unsteady too. Scammers may speak in a single tone (monotone),
spluttering out their words, and fail to emphasize pronouns
like “you” or “I” as we do in normal conversation. They may
omit the pronouns altogether.
Language becomes stilted. They may use full-out phrases
like “do not” where most people would say “don’t.” Or they’ll
repeat a particular phrase when denying it — such as instead
of saying “I didn’t see it,” they’ll say “I did not see your
They pause and stumble if you ask them detailed questions
on the subject about which they’re lying. They might claim to
have forgotten the answer or try to change the subject, maybe
even asking you a question instead.
You may hear noises in the background which contradict
where or who the person claims to be.
Finally, let’s examine how to expose people who are lying
online. This is the most difficult area, since you have no
visual or verbal cues to help you.
It’s actually the subject of a government-funded study (called
“The Dynamics of Digital Deception” — and that’s just the
This should be no surprise because, with the growth of
Internet fraud, spurious email and perilous chat rooms, it’s
probably the biggest lying arena of them all.
We know for sure, from research, that lying is rampant in
online dating and friendship services, from the modest fib
about age and looks (weight for women, height for men
apparently) to dangerous lying about gender and intentions.
Again, some of the points we’ve listed above about verbal cues
to lying apply here — and some of our online tips below may
also apply to speaking and face-to face encounters. Here they are:
Sometimes they’ll change their answers, give vague replies
or totally sidestep the issue, especially if you ask the same
question by email or in chat rooms at different times. It’s a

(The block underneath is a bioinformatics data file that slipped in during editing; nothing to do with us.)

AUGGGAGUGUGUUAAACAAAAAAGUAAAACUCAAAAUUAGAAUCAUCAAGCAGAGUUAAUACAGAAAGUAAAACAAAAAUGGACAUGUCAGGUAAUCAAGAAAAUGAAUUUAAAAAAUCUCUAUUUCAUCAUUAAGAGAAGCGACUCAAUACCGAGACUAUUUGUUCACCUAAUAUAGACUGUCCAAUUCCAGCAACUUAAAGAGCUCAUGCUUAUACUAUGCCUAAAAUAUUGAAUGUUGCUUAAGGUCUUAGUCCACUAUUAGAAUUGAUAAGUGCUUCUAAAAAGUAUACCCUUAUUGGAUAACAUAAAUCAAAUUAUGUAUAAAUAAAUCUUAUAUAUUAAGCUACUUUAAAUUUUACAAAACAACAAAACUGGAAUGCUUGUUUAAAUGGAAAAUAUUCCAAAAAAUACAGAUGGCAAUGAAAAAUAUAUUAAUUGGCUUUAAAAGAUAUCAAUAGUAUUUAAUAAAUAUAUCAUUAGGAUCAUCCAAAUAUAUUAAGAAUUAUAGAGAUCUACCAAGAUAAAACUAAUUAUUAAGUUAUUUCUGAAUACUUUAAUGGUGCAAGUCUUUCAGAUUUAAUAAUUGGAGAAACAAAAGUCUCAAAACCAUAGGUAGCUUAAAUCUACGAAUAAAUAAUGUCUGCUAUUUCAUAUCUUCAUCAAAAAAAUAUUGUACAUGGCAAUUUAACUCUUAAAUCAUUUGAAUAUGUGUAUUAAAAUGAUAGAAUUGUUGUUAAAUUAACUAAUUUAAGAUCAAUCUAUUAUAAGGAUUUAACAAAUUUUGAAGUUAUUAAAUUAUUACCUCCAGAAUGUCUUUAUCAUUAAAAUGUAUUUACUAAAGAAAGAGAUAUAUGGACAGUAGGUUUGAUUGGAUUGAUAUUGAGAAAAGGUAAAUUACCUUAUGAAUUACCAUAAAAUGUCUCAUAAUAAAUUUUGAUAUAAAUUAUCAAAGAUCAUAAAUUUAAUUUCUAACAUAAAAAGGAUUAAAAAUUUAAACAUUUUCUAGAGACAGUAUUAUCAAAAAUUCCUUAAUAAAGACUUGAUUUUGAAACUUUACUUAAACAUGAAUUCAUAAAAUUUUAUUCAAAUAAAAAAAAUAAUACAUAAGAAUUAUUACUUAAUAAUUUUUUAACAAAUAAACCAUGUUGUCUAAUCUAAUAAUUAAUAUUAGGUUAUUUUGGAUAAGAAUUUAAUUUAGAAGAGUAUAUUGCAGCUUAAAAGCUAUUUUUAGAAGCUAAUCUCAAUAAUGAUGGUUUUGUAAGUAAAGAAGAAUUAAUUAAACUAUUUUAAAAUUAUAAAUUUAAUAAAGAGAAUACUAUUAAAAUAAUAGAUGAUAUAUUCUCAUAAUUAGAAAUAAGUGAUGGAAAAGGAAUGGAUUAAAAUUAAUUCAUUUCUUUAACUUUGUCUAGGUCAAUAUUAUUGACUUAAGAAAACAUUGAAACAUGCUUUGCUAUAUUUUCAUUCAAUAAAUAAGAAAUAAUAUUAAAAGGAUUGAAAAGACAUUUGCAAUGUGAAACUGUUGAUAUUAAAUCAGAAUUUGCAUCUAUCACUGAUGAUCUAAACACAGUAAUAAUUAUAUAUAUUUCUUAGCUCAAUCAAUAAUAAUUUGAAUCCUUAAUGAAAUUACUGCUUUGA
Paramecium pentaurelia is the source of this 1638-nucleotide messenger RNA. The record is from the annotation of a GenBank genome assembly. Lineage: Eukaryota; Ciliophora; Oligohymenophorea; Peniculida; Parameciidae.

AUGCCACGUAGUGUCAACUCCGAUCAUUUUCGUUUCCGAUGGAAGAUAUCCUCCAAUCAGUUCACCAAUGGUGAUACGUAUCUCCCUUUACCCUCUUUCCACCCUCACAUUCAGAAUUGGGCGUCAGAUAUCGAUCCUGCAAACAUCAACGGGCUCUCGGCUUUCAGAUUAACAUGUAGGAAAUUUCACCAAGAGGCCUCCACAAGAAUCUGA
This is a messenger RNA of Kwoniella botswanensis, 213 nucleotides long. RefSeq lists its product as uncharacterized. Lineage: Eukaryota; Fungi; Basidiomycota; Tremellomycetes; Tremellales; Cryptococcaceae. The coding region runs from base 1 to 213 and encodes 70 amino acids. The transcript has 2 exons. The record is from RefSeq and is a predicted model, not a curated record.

good way to test them.
Curious use of language. Often grammar is poor (see our
scam language article) and explanations are long-winded.
Research shows that in two-way “conversations” liars use
“sense” words like “see,” “hear” and “feel” more than would be
normal. Check out our article:
Know the Lingo — How to Get Wise to Scam Language.
They become exasperated, sarcastic or even aggressive if
you challenge their statements or claims, or if you persist in
asking them questions.
Scammers and deceivers will often add in extra detail in
an effort to convince you. Strong, long-winded protests of
truth and innocence are a powerful pointer to lying.
And finally, an offbeat one — the use of spoofs and
downright lies passed off as genuine stories on websites. You
can usually spot these from the name of the site, by checking
out other stories on the same site, or Googling the supposed
We’ve taken it as a given, especially with online usage, that
claims that seem too good to be true, stories that are
sensational, pretexts for seeking information that should be
confidential, and selfless claims to be just doing you a
favor, should be highly suspect.
Remember though, now you have all these tips, that the
scammers are just as well aware of them as you. So they try to
get around them by, for instance, forcing themselves to make
eye contact and otherwise controlling their body language.
But very few, if any, are smart enough to be able to get them
all right at once. So keep your eyes peeled and your ears
flapping for those signals. And above all, follow your
hunches. They’re usually right.
Time to close — we’re off to take a walk. See you next week.